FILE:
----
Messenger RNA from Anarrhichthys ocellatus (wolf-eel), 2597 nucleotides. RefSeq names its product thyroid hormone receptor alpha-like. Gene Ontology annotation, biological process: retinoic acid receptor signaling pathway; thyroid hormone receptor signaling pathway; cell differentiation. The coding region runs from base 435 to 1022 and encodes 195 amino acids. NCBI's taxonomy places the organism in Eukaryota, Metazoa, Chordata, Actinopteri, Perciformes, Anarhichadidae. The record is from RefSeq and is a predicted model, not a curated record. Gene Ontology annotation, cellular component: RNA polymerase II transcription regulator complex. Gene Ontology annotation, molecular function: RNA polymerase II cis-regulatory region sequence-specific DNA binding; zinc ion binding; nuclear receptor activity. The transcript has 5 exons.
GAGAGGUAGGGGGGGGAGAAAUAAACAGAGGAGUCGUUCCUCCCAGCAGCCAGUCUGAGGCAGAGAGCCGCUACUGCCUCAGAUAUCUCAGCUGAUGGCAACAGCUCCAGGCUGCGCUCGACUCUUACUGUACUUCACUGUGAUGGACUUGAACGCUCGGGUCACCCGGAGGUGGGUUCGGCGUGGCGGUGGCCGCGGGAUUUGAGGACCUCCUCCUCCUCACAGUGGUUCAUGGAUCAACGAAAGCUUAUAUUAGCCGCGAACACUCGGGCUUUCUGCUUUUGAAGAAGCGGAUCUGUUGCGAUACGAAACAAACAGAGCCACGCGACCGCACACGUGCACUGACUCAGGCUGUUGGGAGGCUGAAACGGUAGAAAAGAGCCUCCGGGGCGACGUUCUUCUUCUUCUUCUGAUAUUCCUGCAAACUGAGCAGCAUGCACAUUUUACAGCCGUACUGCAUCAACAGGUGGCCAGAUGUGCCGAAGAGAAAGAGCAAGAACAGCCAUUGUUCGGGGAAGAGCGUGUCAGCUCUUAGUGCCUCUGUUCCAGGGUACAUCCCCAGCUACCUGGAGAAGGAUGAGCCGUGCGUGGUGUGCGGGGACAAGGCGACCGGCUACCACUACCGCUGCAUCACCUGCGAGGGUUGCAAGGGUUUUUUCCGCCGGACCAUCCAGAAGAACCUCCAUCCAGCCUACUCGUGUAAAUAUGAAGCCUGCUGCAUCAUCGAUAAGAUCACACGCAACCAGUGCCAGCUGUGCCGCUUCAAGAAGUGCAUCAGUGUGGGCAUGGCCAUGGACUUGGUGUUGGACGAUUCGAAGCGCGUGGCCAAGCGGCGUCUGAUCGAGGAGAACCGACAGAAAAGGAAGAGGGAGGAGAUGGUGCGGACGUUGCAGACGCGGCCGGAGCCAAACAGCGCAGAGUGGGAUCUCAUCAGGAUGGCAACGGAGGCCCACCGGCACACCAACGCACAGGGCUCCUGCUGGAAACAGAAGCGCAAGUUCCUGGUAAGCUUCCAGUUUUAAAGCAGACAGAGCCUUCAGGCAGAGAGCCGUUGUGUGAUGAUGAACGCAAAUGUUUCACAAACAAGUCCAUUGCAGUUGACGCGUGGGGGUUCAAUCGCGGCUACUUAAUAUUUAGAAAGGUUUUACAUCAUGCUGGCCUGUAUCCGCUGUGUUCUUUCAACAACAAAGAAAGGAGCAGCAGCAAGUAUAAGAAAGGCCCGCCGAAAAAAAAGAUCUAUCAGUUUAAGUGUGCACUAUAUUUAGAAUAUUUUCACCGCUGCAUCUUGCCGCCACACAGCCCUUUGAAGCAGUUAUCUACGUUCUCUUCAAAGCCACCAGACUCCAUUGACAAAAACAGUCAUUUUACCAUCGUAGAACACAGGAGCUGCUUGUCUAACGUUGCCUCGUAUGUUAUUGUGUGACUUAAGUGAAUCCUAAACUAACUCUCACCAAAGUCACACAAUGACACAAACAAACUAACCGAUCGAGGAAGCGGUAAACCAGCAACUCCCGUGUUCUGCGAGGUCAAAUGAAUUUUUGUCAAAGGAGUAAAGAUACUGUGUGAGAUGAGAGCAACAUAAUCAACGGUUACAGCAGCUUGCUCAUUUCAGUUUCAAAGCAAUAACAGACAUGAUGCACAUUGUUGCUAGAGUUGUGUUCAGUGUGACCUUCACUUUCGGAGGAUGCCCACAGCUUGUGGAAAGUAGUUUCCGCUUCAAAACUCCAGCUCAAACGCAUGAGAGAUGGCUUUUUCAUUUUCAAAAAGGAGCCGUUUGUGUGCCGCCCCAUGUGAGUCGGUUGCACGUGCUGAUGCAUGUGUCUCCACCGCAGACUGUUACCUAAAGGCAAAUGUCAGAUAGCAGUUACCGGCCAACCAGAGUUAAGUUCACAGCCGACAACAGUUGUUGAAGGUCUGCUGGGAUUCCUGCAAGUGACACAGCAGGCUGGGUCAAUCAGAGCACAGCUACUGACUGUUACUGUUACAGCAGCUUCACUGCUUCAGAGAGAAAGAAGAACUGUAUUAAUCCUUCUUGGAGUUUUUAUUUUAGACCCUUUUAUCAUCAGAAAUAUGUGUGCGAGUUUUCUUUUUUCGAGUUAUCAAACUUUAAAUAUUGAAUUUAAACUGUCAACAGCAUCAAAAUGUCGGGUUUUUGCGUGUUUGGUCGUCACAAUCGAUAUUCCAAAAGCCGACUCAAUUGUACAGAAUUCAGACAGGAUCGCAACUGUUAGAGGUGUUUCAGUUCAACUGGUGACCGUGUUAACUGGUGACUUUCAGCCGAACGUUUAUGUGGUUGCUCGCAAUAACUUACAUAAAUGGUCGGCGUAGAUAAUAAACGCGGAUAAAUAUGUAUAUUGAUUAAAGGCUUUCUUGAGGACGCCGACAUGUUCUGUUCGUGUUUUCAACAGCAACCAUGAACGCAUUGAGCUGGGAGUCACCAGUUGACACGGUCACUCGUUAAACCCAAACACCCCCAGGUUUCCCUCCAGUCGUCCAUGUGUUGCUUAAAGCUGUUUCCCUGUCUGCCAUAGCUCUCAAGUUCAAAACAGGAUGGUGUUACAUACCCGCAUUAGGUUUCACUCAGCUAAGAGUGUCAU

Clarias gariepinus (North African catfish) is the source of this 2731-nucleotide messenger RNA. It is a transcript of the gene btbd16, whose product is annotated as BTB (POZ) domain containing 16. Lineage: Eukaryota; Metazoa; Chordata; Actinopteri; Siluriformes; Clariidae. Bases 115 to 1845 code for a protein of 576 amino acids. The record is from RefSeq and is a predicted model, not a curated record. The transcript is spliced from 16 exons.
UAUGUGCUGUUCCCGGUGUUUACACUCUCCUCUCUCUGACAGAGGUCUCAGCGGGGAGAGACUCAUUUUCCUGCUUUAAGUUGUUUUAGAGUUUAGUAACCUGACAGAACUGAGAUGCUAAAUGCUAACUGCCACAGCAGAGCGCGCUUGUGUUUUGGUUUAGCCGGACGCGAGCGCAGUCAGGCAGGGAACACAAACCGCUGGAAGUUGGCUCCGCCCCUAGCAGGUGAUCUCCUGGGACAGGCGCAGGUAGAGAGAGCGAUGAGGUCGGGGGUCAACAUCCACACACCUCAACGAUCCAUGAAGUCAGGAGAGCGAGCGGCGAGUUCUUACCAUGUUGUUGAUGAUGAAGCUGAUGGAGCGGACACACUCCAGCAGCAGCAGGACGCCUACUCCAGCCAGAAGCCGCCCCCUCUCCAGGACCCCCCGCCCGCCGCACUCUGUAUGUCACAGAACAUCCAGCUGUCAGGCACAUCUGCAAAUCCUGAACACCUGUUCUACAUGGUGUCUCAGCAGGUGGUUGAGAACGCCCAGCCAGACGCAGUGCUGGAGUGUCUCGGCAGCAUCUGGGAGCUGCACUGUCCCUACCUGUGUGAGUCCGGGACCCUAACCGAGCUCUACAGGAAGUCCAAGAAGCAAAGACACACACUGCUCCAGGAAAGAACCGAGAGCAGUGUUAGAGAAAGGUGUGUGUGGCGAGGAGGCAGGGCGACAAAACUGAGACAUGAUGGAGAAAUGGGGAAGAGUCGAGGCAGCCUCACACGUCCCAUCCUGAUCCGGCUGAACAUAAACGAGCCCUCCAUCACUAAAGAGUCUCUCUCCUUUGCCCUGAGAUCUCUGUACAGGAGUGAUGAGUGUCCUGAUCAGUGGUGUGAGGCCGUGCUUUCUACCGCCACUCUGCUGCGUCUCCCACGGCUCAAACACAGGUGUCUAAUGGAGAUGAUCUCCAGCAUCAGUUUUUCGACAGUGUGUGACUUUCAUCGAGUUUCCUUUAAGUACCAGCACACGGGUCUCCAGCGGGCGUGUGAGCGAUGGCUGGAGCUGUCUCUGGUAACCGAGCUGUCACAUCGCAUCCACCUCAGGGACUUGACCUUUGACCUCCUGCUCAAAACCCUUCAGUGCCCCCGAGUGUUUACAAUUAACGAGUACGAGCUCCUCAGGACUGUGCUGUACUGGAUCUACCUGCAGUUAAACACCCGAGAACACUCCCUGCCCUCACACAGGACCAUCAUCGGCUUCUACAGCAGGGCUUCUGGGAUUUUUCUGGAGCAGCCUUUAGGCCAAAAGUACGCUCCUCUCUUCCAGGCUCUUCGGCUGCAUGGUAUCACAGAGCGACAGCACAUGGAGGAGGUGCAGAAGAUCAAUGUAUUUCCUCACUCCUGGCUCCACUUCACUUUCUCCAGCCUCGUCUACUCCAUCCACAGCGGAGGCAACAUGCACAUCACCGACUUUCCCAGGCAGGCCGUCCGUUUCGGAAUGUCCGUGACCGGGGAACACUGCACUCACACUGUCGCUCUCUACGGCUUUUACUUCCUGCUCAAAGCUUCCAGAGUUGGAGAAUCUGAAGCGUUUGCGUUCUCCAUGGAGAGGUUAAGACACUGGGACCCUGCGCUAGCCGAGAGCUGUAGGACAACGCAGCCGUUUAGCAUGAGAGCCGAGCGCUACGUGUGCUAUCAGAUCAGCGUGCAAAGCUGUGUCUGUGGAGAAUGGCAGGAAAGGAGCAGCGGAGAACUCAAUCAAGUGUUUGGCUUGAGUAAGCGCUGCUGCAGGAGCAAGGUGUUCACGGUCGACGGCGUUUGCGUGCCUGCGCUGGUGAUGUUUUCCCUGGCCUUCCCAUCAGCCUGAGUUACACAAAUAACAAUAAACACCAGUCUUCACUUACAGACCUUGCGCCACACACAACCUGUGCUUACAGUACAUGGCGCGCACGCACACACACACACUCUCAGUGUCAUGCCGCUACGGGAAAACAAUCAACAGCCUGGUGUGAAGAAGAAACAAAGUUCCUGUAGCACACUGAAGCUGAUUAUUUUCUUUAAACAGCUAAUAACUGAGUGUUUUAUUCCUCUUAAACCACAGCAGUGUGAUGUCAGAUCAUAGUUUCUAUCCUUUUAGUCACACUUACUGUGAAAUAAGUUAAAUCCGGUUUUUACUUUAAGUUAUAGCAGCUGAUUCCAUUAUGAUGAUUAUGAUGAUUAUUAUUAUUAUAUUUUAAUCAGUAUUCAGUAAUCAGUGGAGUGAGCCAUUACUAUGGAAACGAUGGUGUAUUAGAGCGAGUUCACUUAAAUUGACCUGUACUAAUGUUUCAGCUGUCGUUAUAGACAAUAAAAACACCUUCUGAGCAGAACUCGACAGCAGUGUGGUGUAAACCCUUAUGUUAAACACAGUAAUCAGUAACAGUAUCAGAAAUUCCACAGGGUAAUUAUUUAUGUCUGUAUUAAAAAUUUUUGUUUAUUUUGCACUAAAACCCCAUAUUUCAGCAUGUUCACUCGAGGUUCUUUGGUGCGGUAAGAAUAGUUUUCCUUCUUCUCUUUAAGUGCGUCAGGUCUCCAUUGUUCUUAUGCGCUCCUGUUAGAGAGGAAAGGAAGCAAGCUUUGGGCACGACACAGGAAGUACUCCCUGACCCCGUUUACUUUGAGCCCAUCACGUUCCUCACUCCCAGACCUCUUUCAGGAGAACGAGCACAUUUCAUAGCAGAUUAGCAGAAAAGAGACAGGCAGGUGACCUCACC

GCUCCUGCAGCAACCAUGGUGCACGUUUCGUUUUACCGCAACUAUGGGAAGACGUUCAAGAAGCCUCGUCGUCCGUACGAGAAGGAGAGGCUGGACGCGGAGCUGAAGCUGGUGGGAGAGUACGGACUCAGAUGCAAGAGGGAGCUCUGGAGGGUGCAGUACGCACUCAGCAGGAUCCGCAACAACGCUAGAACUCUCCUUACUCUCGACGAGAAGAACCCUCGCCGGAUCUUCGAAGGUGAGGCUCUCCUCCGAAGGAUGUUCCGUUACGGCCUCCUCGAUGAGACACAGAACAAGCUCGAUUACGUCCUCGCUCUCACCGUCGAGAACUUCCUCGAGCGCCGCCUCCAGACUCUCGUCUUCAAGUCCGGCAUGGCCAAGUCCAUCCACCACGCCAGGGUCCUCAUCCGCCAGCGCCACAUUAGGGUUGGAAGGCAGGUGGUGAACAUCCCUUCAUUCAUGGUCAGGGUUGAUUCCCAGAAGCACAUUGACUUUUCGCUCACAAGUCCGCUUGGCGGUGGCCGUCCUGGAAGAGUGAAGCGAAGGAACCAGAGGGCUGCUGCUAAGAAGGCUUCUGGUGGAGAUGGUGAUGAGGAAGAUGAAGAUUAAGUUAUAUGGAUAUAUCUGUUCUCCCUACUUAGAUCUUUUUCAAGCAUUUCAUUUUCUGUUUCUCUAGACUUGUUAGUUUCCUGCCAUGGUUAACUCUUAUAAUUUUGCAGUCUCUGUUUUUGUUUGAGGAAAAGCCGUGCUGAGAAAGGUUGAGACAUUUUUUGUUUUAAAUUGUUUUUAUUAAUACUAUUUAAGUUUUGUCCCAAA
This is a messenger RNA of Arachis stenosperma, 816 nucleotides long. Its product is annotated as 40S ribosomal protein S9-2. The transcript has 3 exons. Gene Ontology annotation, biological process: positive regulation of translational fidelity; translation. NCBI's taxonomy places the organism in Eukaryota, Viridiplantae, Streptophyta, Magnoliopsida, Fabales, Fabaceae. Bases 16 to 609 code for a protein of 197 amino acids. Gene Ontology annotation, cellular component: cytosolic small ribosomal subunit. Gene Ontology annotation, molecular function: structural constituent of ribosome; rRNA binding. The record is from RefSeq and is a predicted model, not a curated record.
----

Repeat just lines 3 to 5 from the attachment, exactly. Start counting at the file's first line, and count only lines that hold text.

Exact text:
Clarias gariepinus (North African catfish) is the source of this 2731-nucleotide messenger RNA. It is a transcript of the gene btbd16, whose product is annotated as BTB (POZ) domain containing 16. Lineage: Eukaryota; Metazoa; Chordata; Actinopteri; Siluriformes; Clariidae. Bases 115 to 1845 code for a protein of 576 amino acids. The record is from RefSeq and is a predicted model, not a curated record. The transcript is spliced from 16 exons.
UAUGUGCUGUUCCCGGUGUUUACACUCUCCUCUCUCUGACAGAGGUCUCAGCGGGGAGAGACUCAUUUUCCUGCUUUAAGUUGUUUUAGAGUUUAGUAACCUGACAGAACUGAGAUGCUAAAUGCUAACUGCCACAGCAGAGCGCGCUUGUGUUUUGGUUUAGCCGGACGCGAGCGCAGUCAGGCAGGGAACACAAACCGCUGGAAGUUGGCUCCGCCCCUAGCAGGUGAUCUCCUGGGACAGGCGCAGGUAGAGAGAGCGAUGAGGUCGGGGGUCAACAUCCACACACCUCAACGAUCCAUGAAGUCAGGAGAGCGAGCGGCGAGUUCUUACCAUGUUGUUGAUGAUGAAGCUGAUGGAGCGGACACACUCCAGCAGCAGCAGGACGCCUACUCCAGCCAGAAGCCGCCCCCUCUCCAGGACCCCCCGCCCGCCGCACUCUGUAUGUCACAGAACAUCCAGCUGUCAGGCACAUCUGCAAAUCCUGAACACCUGUUCUACAUGGUGUCUCAGCAGGUGGUUGAGAACGCCCAGCCAGACGCAGUGCUGGAGUGUCUCGGCAGCAUCUGGGAGCUGCACUGUCCCUACCUGUGUGAGUCCGGGACCCUAACCGAGCUCUACAGGAAGUCCAAGAAGCAAAGACACACACUGCUCCAGGAAAGAACCGAGAGCAGUGUUAGAGAAAGGUGUGUGUGGCGAGGAGGCAGGGCGACAAAACUGAGACAUGAUGGAGAAAUGGGGAAGAGUCGAGGCAGCCUCACACGUCCCAUCCUGAUCCGGCUGAACAUAAACGAGCCCUCCAUCACUAAAGAGUCUCUCUCCUUUGCCCUGAGAUCUCUGUACAGGAGUGAUGAGUGUCCUGAUCAGUGGUGUGAGGCCGUGCUUUCUACCGCCACUCUGCUGCGUCUCCCACGGCUCAAACACAGGUGUCUAAUGGAGAUGAUCUCCAGCAUCAGUUUUUCGACAGUGUGUGACUUUCAUCGAGUUUCCUUUAAGUACCAGCACACGGGUCUCCAGCGGGCGUGUGAGCGAUGGCUGGAGCUGUCUCUGGUAACCGAGCUGUCACAUCGCAUCCACCUCAGGGACUUGACCUUUGACCUCCUGCUCAAAACCCUUCAGUGCCCCCGAGUGUUUACAAUUAACGAGUACGAGCUCCUCAGGACUGUGCUGUACUGGAUCUACCUGCAGUUAAACACCCGAGAACACUCCCUGCCCUCACACAGGACCAUCAUCGGCUUCUACAGCAGGGCUUCUGGGAUUUUUCUGGAGCAGCCUUUAGGCCAAAAGUACGCUCCUCUCUUCCAGGCUCUUCGGCUGCAUGGUAUCACAGAGCGACAGCACAUGGAGGAGGUGCAGAAGAUCAAUGUAUUUCCUCACUCCUGGCUCCACUUCACUUUCUCCAGCCUCGUCUACUCCAUCCACAGCGGAGGCAACAUGCACAUCACCGACUUUCCCAGGCAGGCCGUCCGUUUCGGAAUGUCCGUGACCGGGGAACACUGCACUCACACUGUCGCUCUCUACGGCUUUUACUUCCUGCUCAAAGCUUCCAGAGUUGGAGAAUCUGAAGCGUUUGCGUUCUCCAUGGAGAGGUUAAGACACUGGGACCCUGCGCUAGCCGAGAGCUGUAGGACAACGCAGCCGUUUAGCAUGAGAGCCGAGCGCUACGUGUGCUAUCAGAUCAGCGUGCAAAGCUGUGUCUGUGGAGAAUGGCAGGAAAGGAGCAGCGGAGAACUCAAUCAAGUGUUUGGCUUGAGUAAGCGCUGCUGCAGGAGCAAGGUGUUCACGGUCGACGGCGUUUGCGUGCCUGCGCUGGUGAUGUUUUCCCUGGCCUUCCCAUCAGCCUGAGUUACACAAAUAACAAUAAACACCAGUCUUCACUUACAGACCUUGCGCCACACACAACCUGUGCUUACAGUACAUGGCGCGCACGCACACACACACACUCUCAGUGUCAUGCCGCUACGGGAAAACAAUCAACAGCCUGGUGUGAAGAAGAAACAAAGUUCCUGUAGCACACUGAAGCUGAUUAUUUUCUUUAAACAGCUAAUAACUGAGUGUUUUAUUCCUCUUAAACCACAGCAGUGUGAUGUCAGAUCAUAGUUUCUAUCCUUUUAGUCACACUUACUGUGAAAUAAGUUAAAUCCGGUUUUUACUUUAAGUUAUAGCAGCUGAUUCCAUUAUGAUGAUUAUGAUGAUUAUUAUUAUUAUAUUUUAAUCAGUAUUCAGUAAUCAGUGGAGUGAGCCAUUACUAUGGAAACGAUGGUGUAUUAGAGCGAGUUCACUUAAAUUGACCUGUACUAAUGUUUCAGCUGUCGUUAUAGACAAUAAAAACACCUUCUGAGCAGAACUCGACAGCAGUGUGGUGUAAACCCUUAUGUUAAACACAGUAAUCAGUAACAGUAUCAGAAAUUCCACAGGGUAAUUAUUUAUGUCUGUAUUAAAAAUUUUUGUUUAUUUUGCACUAAAACCCCAUAUUUCAGCAUGUUCACUCGAGGUUCUUUGGUGCGGUAAGAAUAGUUUUCCUUCUUCUCUUUAAGUGCGUCAGGUCUCCAUUGUUCUUAUGCGCUCCUGUUAGAGAGGAAAGGAAGCAAGCUUUGGGCACGACACAGGAAGUACUCCCUGACCCCGUUUACUUUGAGCCCAUCACGUUCCUCACUCCCAGACCUCUUUCAGGAGAACGAGCACAUUUCAUAGCAGAUUAGCAGAAAAGAGACAGGCAGGUGACCUCACC

GCUCCUGCAGCAACCAUGGUGCACGUUUCGUUUUACCGCAACUAUGGGAAGACGUUCAAGAAGCCUCGUCGUCCGUACGAGAAGGAGAGGCUGGACGCGGAGCUGAAGCUGGUGGGAGAGUACGGACUCAGAUGCAAGAGGGAGCUCUGGAGGGUGCAGUACGCACUCAGCAGGAUCCGCAACAACGCUAGAACUCUCCUUACUCUCGACGAGAAGAACCCUCGCCGGAUCUUCGAAGGUGAGGCUCUCCUCCGAAGGAUGUUCCGUUACGGCCUCCUCGAUGAGACACAGAACAAGCUCGAUUACGUCCUCGCUCUCACCGUCGAGAACUUCCUCGAGCGCCGCCUCCAGACUCUCGUCUUCAAGUCCGGCAUGGCCAAGUCCAUCCACCACGCCAGGGUCCUCAUCCGCCAGCGCCACAUUAGGGUUGGAAGGCAGGUGGUGAACAUCCCUUCAUUCAUGGUCAGGGUUGAUUCCCAGAAGCACAUUGACUUUUCGCUCACAAGUCCGCUUGGCGGUGGCCGUCCUGGAAGAGUGAAGCGAAGGAACCAGAGGGCUGCUGCUAAGAAGGCUUCUGGUGGAGAUGGUGAUGAGGAAGAUGAAGAUUAAGUUAUAUGGAUAUAUCUGUUCUCCCUACUUAGAUCUUUUUCAAGCAUUUCAUUUUCUGUUUCUCUAGACUUGUUAGUUUCCUGCCAUGGUUAACUCUUAUAAUUUUGCAGUCUCUGUUUUUGUUUGAGGAAAAGCCGUGCUGAGAAAGGUUGAGACAUUUUUUGUUUUAAAUUGUUUUUAUUAAUACUAUUUAAGUUUUGUCCCAAA